Students named Bucklew Scholars
MORGANTOWN -- Two seniors from Hurricane High School were recently named Bucklew Scholars at West Virginia University.
Jordan Chapman and Julie Peng were among 20 high school seniors from West Virginia to receive the Neil S. Bucklew Scholarship to attend WVU in the fall.
The scholarship, valued at $30,000, provides each student with more than $7,500 a year toward educational costs during his or her four years at WVU.
Neil S. Bucklew, the scholarship's creator, served as WVU's 20th president, from 1986 to 1995. The scholarships are part of the university's comprehensive awards program and are supported, in part, by the WVU Foundation, the private nonprofit corporation that generates, receives and administers private gifts for the benefit of WVU.
The students are now eligible for WVU's top academic award, the Foundation Scholarship, which is awarded to five of the Bucklew Scholars. The Foundation scholars will be announced in May.
Chapman will enter college with more than 10 Advanced Placement classes already completed and currently ranks second in Hurricane High School's graduating class. As student body vice president, Science National Honor Society secretary and Chemistry Club president, Chapman still fits in time for tennis and fitness training. In addition to being an athlete, Chapman also helps the boy's soccer team as its announcer.
Chapman hopes to study abroad while in college. With four years of Spanish already completed, Chapman hopes to become fully immersed in another culture to refine the language skills he has already learned.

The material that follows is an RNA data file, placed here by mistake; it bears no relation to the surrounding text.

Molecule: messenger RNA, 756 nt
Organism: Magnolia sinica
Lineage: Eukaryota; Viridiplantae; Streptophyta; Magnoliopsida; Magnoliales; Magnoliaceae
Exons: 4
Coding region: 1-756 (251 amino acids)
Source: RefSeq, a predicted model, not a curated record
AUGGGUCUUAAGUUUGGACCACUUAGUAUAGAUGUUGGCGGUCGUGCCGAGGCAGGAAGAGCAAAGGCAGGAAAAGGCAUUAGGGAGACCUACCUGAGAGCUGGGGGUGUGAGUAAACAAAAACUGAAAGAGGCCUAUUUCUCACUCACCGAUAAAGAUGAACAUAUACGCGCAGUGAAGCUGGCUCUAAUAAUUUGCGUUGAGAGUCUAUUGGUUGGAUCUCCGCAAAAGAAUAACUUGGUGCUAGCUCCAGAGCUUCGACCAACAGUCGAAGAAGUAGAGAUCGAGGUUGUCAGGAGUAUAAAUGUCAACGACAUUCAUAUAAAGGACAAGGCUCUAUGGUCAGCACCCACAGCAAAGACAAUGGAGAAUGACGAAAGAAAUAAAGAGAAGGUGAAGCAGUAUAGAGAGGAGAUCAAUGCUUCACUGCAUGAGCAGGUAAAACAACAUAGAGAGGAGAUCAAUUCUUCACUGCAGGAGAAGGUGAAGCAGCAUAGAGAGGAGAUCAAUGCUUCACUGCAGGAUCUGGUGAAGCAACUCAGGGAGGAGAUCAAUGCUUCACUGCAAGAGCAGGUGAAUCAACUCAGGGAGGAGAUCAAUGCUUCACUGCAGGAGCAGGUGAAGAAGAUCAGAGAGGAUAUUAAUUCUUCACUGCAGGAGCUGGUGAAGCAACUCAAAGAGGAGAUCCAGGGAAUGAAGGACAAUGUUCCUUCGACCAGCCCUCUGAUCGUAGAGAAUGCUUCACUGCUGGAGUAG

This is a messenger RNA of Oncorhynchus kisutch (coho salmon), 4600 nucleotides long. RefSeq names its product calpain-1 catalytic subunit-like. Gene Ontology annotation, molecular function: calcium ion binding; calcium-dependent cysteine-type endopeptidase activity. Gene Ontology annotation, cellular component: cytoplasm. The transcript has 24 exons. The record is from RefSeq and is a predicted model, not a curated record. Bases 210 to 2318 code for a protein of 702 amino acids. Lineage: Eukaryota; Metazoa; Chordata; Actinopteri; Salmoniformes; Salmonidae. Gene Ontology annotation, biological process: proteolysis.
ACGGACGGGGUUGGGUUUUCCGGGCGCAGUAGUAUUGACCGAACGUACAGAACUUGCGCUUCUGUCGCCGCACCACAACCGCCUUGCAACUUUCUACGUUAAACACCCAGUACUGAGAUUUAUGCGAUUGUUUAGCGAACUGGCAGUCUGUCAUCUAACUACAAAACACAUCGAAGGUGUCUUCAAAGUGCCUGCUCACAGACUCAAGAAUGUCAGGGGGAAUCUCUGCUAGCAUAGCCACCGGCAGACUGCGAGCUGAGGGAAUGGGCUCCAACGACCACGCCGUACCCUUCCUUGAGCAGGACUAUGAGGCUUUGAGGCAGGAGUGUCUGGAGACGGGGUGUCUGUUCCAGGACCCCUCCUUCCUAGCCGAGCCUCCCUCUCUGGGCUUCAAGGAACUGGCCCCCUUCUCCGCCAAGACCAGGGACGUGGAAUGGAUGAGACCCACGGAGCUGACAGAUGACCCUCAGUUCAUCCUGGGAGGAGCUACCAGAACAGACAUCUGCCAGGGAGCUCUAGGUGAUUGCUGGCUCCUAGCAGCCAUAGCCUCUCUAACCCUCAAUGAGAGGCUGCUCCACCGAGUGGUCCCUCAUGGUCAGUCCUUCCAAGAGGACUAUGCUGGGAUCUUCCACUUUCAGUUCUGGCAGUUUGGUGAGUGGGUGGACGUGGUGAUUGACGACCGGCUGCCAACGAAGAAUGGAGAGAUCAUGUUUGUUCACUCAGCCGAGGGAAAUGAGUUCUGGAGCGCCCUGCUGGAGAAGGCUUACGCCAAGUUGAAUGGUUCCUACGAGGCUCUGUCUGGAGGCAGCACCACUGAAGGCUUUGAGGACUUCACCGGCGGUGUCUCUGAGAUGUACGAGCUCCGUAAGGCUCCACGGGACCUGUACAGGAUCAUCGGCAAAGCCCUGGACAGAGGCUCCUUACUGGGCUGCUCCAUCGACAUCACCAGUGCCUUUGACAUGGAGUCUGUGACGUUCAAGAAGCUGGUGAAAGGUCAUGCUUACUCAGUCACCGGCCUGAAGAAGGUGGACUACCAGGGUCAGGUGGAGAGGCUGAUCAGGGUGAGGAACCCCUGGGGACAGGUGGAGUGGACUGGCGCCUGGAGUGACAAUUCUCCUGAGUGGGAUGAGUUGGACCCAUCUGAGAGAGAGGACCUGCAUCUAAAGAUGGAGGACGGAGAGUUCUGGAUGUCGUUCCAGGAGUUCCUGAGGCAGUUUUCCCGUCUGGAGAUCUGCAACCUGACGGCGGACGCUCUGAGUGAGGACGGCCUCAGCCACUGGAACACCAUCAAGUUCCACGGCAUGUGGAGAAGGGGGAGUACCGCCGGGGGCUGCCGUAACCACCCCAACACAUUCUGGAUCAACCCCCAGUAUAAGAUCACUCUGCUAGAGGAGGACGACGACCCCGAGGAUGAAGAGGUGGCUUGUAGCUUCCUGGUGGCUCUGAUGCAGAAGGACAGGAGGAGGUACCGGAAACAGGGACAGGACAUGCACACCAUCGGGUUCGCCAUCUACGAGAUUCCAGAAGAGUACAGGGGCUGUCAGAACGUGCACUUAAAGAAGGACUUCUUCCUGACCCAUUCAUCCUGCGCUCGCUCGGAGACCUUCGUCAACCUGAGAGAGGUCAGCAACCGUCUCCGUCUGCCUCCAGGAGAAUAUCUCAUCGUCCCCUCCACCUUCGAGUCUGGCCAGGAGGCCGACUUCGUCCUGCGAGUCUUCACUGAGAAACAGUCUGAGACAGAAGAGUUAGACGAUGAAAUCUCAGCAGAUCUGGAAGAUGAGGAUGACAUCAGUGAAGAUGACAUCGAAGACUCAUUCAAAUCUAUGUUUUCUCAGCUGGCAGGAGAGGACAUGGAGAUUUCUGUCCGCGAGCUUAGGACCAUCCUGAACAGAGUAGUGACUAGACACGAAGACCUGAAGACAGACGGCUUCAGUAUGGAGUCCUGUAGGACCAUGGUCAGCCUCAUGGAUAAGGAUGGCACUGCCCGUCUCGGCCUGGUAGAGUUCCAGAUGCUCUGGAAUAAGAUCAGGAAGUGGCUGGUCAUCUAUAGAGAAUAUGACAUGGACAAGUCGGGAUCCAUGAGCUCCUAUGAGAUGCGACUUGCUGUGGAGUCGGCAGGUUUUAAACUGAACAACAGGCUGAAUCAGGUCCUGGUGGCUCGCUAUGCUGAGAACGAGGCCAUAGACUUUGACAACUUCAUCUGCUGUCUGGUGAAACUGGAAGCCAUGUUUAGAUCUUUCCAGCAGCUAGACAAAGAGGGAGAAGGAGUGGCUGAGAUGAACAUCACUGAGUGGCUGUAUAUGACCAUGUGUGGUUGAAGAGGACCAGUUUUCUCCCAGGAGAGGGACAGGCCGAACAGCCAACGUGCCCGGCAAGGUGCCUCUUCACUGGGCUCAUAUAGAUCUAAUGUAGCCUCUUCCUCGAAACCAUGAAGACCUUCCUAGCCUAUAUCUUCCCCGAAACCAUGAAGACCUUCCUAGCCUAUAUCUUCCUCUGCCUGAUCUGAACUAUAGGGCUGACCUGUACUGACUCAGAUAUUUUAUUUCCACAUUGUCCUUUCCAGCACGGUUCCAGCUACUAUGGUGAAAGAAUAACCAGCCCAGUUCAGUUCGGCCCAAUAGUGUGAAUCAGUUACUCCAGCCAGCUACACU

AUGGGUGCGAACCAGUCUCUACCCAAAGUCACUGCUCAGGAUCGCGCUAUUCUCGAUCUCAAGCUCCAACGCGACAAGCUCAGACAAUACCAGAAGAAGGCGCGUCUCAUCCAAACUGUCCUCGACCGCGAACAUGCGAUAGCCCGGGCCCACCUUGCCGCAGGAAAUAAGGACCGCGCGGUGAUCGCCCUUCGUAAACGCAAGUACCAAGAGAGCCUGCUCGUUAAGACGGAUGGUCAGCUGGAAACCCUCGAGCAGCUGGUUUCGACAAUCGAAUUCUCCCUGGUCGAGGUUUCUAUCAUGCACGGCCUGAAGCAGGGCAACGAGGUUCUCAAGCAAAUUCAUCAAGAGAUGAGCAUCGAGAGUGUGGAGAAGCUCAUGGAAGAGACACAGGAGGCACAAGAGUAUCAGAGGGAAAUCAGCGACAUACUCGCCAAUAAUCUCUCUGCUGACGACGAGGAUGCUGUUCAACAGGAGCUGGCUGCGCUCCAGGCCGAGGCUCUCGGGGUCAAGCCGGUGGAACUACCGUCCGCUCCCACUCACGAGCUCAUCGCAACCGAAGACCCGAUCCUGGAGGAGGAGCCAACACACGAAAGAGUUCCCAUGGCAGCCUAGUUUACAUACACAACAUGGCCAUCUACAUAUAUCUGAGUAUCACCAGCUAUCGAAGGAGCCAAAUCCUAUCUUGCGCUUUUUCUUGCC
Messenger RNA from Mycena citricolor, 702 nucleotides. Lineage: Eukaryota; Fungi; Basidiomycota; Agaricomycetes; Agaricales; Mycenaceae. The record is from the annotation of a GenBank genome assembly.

He is the son of Bruce and Deborah Chapman.
With nearly 2,000 community service hours gained during high school, Peng, of Culloden, is an example of helping others in Putnam County and around the world. Peng, also president of the National Honor Society and secretary of Student Council at Hurricane High, decided to take office in these clubs because of the profound academic and social impact they have on the students at her school.
"Since the start of my positions in both clubs, emphasis has been placed on school unity and diversity of student interaction on all levels," Peng said. "I personally seek to maintain and enhance student participation in clubs and school activities both cross culturally and socially."
Peng believes that technological advances occurring today hold the key to transforming society. She expresses interest in 3D printers and their ability to help those in medical need, specifically prosthetics.
When she isn't busy with community service, Peng also sings, dances and plays the piano. She has taken AP classes in statistics, environmental science, U.S. history, calculus and macroeconomics among others.
She is the daughter of Susan Peng.